I don't bother with safety glasses on the scrollsaw, but I do have very good eyeglasses. After all, it's not like you're going to get kickback on a scrollsaw.

OK, I made a quick search, after all this IS Al Gore's international worldwide web, using homemade scrollsaw dust collector as my search phrase, and lo and behold, came up with the one I had been thinking of, almost immediately. The first video is the one I mean, but you may prefer the other one. http://woodgears.ca/reader/walters/dust_extraction.html
 

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I recommend you check out the ventilated, battery powered dust mask at Amazon.com: Power Air Respirator: Home Improvement

I use this mask all the time. it has a small fan that blows filtered air into the mask, and the positive air pressure keeps dust out. It has a battery pack that uses 4 AA cells. I keep a charged set of batteries on hand all the time. The mask fits under my glasses, but that will depend on the frame's fit. The positive pressure blows air out the top, which keeps my prescription glasses from fogging up. I think you might want to buy safety glasses to fit the mask since they are really pretty cheap.

BTW, today all prescription glasses have to pass a shatter test, so they will serve as safety glasses. Just don't clean the inevitable sawdust and debris without washing the lenses off first. If you wipe them with a dry cloth you'll quickly find you've created fine scratches that ruin the lenses pdq.
 

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Doug
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Steve Good's site also has a few good ideas.

I always liked the look of this one, but haven't built anything like it yet. Sad to say, I use a small fan and blow the dust away from me... the ambient air cleaner does a pretty good job of keeping the air clean, and the vacuum handles what makes the floor.


** note** on Steve's site you have to scroll down about halfway to get to the actual article. Kind of a pain, but he does have to pay the bills!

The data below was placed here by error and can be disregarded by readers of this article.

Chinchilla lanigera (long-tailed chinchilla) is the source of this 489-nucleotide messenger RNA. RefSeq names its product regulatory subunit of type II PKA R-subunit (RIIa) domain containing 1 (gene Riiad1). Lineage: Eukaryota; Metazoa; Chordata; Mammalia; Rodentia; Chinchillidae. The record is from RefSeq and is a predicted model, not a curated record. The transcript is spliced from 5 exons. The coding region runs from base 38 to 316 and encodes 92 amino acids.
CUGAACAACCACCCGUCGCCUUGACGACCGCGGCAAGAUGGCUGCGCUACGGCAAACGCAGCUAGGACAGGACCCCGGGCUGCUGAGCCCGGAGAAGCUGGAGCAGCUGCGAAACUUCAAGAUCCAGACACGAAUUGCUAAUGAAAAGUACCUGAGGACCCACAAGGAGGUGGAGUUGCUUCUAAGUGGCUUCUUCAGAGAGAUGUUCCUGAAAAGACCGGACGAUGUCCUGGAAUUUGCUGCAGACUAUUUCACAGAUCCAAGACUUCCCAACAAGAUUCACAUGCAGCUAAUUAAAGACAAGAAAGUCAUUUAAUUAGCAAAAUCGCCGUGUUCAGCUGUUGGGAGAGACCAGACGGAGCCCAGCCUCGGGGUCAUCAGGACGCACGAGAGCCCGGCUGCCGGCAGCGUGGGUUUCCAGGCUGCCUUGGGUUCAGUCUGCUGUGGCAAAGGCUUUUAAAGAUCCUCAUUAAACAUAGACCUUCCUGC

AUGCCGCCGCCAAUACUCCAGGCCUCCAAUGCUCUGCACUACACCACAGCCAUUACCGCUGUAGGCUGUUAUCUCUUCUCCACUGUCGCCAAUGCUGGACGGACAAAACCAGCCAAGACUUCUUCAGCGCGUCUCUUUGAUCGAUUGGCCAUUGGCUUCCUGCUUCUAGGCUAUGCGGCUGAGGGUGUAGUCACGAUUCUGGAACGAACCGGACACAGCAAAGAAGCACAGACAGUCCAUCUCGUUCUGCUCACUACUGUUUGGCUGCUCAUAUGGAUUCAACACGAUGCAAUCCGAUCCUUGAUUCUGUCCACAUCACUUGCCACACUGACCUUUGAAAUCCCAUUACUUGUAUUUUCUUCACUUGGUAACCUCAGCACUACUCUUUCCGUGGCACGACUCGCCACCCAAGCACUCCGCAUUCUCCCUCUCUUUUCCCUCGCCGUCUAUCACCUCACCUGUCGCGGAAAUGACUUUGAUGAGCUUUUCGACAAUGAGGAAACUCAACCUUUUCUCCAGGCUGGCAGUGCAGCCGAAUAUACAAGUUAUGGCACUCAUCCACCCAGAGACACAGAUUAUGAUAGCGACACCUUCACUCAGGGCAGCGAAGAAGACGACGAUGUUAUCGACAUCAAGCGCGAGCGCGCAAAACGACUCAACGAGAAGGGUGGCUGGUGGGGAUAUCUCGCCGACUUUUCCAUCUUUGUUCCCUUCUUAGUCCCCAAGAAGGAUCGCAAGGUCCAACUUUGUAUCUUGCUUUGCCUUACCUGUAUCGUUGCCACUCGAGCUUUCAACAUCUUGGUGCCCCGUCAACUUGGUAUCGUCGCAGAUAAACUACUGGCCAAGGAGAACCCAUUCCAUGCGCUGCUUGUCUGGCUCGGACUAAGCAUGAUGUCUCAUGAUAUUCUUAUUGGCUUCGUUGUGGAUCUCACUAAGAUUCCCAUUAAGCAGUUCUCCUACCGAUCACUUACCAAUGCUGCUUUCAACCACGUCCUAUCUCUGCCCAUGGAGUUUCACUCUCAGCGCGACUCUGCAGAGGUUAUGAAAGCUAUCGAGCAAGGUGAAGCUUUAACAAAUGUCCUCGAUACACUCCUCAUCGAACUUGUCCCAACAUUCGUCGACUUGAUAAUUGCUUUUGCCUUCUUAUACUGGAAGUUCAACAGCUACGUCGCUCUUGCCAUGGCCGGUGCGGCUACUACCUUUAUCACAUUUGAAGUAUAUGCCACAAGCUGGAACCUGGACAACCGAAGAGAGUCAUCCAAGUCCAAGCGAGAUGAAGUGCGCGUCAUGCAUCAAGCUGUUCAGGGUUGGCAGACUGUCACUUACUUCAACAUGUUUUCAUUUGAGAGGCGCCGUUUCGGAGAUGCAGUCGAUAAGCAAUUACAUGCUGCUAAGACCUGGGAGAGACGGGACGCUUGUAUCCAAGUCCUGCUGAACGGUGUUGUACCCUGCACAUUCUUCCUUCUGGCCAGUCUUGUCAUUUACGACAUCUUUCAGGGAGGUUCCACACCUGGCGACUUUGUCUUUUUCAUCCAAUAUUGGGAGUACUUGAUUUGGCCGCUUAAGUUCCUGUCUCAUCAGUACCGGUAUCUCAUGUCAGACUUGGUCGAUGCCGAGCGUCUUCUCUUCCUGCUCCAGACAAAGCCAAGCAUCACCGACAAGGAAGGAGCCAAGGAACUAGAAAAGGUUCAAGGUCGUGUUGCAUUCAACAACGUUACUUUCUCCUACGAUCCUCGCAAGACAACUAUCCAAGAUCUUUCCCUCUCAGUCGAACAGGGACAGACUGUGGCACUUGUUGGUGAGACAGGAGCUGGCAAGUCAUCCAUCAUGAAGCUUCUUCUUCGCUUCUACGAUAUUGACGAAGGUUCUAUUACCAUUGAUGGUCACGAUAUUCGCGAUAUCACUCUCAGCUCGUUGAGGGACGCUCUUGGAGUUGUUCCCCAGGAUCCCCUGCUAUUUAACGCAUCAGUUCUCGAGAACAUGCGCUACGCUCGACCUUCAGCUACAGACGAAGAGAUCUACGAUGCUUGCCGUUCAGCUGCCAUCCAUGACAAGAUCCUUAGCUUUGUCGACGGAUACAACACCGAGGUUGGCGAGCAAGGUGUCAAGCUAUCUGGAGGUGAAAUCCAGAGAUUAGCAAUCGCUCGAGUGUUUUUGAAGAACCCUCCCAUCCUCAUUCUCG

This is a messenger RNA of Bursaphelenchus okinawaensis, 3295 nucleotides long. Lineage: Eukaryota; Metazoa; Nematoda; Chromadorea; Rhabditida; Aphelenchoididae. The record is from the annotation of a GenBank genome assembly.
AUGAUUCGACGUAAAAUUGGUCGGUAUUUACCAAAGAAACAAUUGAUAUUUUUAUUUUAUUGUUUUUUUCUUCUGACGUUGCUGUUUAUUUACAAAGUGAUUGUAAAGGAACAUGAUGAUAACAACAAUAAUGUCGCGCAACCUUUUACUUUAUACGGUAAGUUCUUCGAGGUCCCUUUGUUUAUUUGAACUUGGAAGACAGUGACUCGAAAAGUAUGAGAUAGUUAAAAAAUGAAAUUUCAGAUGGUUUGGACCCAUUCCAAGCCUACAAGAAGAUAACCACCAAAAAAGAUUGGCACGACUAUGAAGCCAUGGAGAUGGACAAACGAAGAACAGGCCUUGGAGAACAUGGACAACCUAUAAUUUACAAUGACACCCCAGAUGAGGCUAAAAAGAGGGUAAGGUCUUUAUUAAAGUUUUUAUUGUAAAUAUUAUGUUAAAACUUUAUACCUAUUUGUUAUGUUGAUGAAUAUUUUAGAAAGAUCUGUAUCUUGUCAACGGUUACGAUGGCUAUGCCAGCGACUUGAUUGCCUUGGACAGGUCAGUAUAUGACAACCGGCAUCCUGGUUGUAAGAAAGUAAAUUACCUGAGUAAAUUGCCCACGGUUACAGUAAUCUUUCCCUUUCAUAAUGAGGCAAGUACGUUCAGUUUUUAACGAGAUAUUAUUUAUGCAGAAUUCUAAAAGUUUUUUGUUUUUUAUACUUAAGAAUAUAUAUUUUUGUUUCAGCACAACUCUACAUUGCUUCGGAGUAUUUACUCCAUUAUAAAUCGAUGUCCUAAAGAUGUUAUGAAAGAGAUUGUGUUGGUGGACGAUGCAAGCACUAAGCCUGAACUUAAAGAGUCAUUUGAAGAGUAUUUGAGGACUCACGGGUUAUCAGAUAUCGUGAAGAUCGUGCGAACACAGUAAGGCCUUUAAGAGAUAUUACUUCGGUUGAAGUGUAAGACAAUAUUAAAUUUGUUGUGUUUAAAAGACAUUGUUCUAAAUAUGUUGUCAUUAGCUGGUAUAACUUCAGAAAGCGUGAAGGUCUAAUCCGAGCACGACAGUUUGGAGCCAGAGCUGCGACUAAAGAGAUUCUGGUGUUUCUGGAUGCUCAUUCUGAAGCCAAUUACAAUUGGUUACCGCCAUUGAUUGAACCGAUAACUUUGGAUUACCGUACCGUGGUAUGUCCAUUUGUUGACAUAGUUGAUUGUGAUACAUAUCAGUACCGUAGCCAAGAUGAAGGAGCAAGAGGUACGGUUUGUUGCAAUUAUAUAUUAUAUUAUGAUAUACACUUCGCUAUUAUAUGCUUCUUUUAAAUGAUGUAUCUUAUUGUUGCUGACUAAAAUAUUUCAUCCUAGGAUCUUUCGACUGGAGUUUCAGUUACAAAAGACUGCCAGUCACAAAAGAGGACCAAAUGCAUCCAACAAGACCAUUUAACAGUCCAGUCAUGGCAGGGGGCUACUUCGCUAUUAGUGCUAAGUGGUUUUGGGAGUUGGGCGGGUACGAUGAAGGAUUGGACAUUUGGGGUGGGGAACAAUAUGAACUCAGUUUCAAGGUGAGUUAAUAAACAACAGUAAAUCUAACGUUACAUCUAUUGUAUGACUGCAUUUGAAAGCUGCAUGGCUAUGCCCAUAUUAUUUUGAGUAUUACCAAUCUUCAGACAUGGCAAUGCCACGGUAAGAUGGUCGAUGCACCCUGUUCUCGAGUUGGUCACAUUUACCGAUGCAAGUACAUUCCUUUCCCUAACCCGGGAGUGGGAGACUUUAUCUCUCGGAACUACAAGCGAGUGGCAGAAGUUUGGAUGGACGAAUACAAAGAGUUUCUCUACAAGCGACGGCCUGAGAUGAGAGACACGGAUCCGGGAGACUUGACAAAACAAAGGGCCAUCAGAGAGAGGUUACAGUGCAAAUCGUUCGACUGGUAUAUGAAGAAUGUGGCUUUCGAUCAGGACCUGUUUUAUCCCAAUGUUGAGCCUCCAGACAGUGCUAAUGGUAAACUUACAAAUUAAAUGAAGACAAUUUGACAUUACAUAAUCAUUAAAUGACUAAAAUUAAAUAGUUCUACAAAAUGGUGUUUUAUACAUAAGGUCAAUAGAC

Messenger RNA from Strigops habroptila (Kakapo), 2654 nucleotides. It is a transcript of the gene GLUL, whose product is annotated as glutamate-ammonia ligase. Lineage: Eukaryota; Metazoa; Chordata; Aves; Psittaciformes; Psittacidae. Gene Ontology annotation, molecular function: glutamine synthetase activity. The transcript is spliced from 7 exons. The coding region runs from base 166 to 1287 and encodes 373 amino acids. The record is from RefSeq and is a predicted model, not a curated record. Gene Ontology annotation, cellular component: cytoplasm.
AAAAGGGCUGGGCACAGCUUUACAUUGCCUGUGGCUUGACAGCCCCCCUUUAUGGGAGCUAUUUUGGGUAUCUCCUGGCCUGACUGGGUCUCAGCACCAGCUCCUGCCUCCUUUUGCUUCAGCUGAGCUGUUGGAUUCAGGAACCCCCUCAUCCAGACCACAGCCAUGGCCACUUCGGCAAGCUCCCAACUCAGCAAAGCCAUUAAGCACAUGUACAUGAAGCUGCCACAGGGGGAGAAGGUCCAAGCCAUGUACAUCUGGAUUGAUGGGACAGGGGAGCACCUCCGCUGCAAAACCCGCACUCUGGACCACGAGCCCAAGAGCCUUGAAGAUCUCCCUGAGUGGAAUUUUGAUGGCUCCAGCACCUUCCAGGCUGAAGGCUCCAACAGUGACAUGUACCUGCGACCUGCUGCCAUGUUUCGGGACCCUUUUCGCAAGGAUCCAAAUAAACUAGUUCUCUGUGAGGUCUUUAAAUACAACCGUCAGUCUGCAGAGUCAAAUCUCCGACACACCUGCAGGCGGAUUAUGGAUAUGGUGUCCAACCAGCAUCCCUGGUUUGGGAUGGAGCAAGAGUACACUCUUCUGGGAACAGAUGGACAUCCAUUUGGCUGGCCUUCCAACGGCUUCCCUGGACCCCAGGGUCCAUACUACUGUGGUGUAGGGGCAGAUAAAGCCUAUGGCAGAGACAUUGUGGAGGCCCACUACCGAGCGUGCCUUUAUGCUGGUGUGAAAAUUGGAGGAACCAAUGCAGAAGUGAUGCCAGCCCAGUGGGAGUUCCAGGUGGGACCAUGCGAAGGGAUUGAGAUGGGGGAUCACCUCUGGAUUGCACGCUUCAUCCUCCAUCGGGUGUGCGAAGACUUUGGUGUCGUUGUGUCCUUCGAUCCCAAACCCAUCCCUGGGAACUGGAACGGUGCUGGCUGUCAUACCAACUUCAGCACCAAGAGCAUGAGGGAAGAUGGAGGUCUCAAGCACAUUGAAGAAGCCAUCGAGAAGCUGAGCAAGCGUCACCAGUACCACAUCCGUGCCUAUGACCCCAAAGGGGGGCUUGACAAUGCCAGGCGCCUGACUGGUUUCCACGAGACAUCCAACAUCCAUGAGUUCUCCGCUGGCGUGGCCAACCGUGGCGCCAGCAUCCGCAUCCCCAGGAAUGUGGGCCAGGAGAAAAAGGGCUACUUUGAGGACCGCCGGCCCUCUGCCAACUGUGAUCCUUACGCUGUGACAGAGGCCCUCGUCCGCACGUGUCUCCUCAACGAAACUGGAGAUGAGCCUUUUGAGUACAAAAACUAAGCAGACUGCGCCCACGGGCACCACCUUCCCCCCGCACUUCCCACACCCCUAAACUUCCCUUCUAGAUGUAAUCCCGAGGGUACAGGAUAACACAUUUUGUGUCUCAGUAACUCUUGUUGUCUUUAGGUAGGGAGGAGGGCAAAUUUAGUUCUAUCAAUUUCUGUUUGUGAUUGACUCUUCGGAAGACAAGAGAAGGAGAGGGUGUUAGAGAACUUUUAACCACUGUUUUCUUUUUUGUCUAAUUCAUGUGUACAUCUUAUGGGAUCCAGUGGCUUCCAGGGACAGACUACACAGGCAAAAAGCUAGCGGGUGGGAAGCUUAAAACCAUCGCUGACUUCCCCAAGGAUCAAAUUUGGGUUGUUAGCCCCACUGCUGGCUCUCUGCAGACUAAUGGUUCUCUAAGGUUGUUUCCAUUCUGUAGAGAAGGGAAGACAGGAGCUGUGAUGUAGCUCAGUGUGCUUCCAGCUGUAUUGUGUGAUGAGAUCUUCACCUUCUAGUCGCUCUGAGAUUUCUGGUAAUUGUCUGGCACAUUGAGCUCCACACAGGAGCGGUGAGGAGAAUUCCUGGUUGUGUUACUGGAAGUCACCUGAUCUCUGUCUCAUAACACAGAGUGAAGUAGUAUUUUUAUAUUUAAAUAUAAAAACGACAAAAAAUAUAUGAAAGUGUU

http://scrollsawworkshop.blogspot.com/2012/05/tom-noller-diy-scroll-saw-dust-system.html
 

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Steve Good's site also has a few good ideas.

I always liked the look of this one, but haven't built anything like it yet. Sad to say, I use a small fan and blow the dust away from me... the ambient air cleaner does a pretty good job of keeping the air clean, and the vacuum handles what makes the floor.


** note** on Steve's site you have to scroll down about halfway to get to the actual article. Kind of a pain, but he does have to pay the bills!


Scrollsaw Workshop: Tom Noller DIY Scroll Saw Dust System.
Some time ago Steve's shop-vac caught fire because he was using it full time as a dust collector. Or at least that is what he thought was the problem.

If I was using a shop-vac I would make sure I had a super fine filter ahead of the regular filter.



Leon (kc0iv)
 

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Crevis tool off vacuum cleaner hooked to shop vac. Simple metal bracket on fixed arm. Sits just to the side of top foot so can be moved up and down. NO DUST escapes the wrath of the shop vac. Makes it so much easier to see the lines.